Mariah Carey may now largely avoid the daring vocal acrobatics that marked the beginning of what would become one of the most successful music careers of the last two decades. Hitting the high notes, therefore, wasn't much of a concern Thursday night in Hollywood. Instead, the singer faced other challenges.
Chief among them: Can one of the most recognizable divas in the world emerge from what looked to be a giant plastic mascara box -- one that's placed upon a stage in the middle of a shopping mall -- with grace? And do so while ABC's "Jimmy Kimmel Live!" is coming back from a commercial break?
But Carey's every stride comes equipped with a happy elegance that would shame beauty pageants the world over. Indeed, while she was performing a free five-song mini-set at Hollywood & Highland's outdoor mall, which was taped for ABC's late-night show, Carey might as well have been on a moving parade float, as nary a verse or a chorus was sung without a wave, a nod or a wink to a fan.
That's not to say Thursday evening went off without a hitch. It was a little more than an hour before the 8:30 p.m. show time, and a crisis was brewing. A podium for photographers had been placed stage left, but this would fail to capture Carey's good side. It must, those working the show bustled, be moved to frame Carey's right side at once.
By the time Kimmel introduced Carey, everything was in its right place, and the singer offered a swift medley of current single "I'll Be Lovin' U Long Time" and "E=MC2's" runaway hit "Touch My Body." A few minutes later, the singer even stopped to let the crowd photograph her. "Let me pose," she said, asking the audience to shoot her "at the angle I prefer."
A crowd estimate wasn't available from on-site security, but earlier Kimmel's music booker, Scott Igoe, said about 1,000 people would be allowed on the ground floor and an additional 1,000-plus around the upper levels. Some, such as 21-year-old L.A.-resident Stephanie De La Cruz, had been there as early as 9 a.m., and she said she would have been there 24 hours before that had her mother let her.
What they witnessed was a brief but professional showing and an unbilled appearance from Southern rapper Young Jeezy. He joined Carey on "Side Effects," his gruff intonations providing a surprisingly effective counterbalance to Carey's pleasantly light phrasing.
Since her career rebirth with 2005's "The Emancipation of Mimi," Carey has abandoned the wild vocal wailing that gave rise to "American Idol" and has emerged a thinner-voiced, but far more efficient, singer. Check "I'm That Chick," where the lyrics are embarrassing drivel (Carey compares herself to ice cream), but she was able to somehow pull it off by letting her voice sway with the song's rhythmic R&B shuffle.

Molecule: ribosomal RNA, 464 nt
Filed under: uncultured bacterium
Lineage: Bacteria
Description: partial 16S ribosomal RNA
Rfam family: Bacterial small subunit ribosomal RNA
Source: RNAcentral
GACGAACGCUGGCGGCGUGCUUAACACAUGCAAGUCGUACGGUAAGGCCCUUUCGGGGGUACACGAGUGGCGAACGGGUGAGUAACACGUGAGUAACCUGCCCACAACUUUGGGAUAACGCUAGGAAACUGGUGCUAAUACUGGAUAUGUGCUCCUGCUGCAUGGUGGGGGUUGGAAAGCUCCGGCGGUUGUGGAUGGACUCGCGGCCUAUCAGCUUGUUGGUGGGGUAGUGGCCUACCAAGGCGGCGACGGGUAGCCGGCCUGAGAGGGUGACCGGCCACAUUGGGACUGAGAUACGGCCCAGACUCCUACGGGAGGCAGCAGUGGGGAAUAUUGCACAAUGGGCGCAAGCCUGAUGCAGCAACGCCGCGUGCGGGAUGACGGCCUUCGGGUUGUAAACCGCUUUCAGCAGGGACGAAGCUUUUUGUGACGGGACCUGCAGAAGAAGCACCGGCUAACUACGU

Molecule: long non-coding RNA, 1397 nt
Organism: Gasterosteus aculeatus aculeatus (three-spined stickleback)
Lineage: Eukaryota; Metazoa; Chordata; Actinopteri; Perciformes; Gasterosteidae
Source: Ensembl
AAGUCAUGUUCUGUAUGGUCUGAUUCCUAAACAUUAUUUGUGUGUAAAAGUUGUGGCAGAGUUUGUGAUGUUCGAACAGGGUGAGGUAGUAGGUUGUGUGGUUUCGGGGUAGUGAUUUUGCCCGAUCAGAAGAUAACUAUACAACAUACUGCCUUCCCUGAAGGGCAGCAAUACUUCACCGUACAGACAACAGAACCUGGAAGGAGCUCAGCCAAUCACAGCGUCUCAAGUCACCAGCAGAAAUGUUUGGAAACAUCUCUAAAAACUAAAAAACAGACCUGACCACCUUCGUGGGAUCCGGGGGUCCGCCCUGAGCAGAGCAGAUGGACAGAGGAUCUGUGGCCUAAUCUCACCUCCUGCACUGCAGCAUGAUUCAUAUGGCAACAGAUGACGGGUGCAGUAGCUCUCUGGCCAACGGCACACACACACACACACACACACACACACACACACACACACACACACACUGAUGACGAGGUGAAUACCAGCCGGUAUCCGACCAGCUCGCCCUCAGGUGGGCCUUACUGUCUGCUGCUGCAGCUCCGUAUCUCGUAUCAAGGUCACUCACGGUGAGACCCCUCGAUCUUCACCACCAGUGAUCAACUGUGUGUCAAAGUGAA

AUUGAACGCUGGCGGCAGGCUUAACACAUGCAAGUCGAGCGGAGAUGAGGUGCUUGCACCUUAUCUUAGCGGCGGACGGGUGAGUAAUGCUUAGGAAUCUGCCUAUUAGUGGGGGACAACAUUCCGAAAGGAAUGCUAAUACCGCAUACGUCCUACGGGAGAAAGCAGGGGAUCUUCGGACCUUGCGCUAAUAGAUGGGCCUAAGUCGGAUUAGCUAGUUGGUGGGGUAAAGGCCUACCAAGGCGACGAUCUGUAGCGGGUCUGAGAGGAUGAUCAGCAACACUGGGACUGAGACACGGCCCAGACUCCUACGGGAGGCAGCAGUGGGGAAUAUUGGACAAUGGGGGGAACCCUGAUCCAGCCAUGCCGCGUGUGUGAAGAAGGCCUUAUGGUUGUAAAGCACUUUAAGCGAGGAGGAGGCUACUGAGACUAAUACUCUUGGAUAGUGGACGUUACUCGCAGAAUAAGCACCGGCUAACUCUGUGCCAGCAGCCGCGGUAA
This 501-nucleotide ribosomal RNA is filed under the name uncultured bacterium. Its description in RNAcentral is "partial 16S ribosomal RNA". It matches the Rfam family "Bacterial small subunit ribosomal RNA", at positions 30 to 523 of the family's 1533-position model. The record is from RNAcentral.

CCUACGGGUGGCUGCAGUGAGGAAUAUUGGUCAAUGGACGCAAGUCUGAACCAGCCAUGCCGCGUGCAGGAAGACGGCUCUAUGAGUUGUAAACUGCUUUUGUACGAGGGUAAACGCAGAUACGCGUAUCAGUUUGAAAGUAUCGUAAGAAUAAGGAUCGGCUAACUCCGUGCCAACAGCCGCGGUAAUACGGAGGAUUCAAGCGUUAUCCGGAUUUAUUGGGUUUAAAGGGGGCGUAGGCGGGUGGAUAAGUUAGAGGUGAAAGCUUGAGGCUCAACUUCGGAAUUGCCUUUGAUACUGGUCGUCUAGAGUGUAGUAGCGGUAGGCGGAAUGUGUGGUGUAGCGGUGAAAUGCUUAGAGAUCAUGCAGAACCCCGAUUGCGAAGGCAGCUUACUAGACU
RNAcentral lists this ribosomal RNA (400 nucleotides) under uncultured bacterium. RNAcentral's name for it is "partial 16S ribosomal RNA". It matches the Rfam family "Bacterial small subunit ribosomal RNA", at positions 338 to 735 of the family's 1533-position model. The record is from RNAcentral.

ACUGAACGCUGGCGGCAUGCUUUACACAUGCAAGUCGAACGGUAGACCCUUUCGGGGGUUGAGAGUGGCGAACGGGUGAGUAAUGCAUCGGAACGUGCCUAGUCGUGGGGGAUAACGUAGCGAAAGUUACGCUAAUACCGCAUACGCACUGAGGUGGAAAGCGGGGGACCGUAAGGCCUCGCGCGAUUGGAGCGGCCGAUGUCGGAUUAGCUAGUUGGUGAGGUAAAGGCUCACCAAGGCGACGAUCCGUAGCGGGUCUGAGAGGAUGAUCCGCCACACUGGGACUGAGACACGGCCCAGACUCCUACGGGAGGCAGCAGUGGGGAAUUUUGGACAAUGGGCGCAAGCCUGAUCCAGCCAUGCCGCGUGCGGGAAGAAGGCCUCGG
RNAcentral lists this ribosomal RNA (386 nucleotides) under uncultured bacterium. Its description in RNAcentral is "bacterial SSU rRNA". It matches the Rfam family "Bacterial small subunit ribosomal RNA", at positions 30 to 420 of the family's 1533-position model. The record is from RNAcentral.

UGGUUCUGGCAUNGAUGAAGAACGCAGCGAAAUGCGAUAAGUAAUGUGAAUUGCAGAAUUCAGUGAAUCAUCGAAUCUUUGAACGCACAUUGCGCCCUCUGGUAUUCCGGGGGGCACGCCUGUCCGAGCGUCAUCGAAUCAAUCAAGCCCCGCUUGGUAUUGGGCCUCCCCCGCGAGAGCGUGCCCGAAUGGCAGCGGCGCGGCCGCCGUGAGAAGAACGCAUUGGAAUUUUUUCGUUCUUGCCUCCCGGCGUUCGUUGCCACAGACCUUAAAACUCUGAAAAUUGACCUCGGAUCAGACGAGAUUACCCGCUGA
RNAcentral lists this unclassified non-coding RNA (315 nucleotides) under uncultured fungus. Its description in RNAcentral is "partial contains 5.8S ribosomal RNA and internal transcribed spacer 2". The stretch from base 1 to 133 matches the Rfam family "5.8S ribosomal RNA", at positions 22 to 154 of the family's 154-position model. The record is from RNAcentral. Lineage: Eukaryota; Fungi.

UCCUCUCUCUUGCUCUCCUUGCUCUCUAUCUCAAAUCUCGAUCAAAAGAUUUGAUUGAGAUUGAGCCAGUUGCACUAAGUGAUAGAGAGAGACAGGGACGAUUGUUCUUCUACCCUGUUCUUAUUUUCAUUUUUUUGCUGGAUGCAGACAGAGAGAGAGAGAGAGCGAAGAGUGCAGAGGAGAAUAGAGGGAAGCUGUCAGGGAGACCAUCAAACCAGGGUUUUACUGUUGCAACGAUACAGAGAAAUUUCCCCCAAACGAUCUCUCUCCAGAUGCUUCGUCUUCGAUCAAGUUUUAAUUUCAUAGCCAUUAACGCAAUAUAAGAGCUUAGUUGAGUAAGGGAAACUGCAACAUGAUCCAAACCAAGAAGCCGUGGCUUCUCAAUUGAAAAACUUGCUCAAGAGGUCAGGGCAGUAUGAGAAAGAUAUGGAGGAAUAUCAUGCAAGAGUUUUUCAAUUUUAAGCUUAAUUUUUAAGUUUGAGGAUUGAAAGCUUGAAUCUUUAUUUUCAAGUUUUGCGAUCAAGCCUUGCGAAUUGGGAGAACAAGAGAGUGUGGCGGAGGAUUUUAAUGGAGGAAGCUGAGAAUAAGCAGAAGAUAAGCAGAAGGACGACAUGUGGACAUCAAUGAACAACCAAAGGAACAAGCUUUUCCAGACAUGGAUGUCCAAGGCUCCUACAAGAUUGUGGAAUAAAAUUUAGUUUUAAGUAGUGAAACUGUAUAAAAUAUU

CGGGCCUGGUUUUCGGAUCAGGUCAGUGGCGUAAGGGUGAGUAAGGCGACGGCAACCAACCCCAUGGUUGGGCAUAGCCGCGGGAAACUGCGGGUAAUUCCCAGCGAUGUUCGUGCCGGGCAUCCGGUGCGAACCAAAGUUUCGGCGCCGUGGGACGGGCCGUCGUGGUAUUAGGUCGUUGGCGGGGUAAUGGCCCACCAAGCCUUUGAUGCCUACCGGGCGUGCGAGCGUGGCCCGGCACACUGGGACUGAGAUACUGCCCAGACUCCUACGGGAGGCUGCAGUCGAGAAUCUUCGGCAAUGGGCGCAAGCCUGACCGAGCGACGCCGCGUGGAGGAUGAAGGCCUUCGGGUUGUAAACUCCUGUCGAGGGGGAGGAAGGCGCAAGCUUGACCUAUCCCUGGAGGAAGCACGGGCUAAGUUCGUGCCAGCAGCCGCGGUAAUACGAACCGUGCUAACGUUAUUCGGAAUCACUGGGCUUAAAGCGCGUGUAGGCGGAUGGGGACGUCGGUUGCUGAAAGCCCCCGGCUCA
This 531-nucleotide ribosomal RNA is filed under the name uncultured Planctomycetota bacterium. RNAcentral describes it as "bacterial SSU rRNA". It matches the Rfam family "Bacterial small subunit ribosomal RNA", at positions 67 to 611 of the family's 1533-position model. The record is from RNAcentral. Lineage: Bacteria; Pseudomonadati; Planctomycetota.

The concert was the latest from Kimmel's show to be performed out on the streets of Hollywood, which launched in 2003 with an appearance by Coldplay on Hollywood Boulevard. Although most Kimmel performances happen inside the studio across from the Hollywood & Highland complex, or on the outdoor stage behind the studio, that wasn't the original intention.
"We had this grandiose idea when the show started that we'd be doing these concerts every Friday night on Hollywood Boulevard," Igoe said. "Then they saw the price tag. 'Oh, $250,000 every Friday night? Don't think so.' "
Now, the happenings are largely contingent on sponsors or record labels chipping in to defray costs, and Carey's performance was part of a national summer concert series from electronics company Samsung. Although Kimmel didn't have to close Hollywood Boulevard to have Carey perform, Igoe put the production costs as "probably about $250,000," noting that Carey doesn't come cheap. "There was a financial contribution Samsung had to make on top of the production to get her out here," he said.
To those who had spent their day getting sunburned waiting for Carey, it was money well spent. When a group of fans was asked why it was worth 12 hours of standing in the Los Angeles heat to see a five-song set, this reporter was booed by the crowd for suggesting such a negative question.
A diva becomes human: Carey is a pro, and her between-song banter consists of pointing out audience member T-shirts and reading aloud their signs. One female fan caught her eye, holding a placard that declared that she had left her 14 children at home to see Carey perform. Said Carey, "You left your 14 kids for me? Seriously? Wow." A moment later a member of Carey's team came onstage to help the singer get ready for the next song. Said Carey to her staffer, "That literally said she left her 14 kids...."
The sentence trailed off when it was pointed out to Carey that the microphone was on. She smiled, turned to the crowd, and said, "It happens."
Up next: Igoe says Kimmel hopes to have an outdoor show on Hollywood Boulevard the night before Thanksgiving. As for who it will be? "We don’t know. The Jonas Brothers, the Killers, a big rock act. It'll come down to money again."
So what was in the bag? Before Carey disappeared offstage for a commercial break, she teased the crowd with this: "I haven't forgotten to bring my bag of festivities with me, so I'll be distributing that in a second." A bag of festivities? Joy! Yet when Carey returned, she carried no bag.
-- Reporting and images by Todd Martens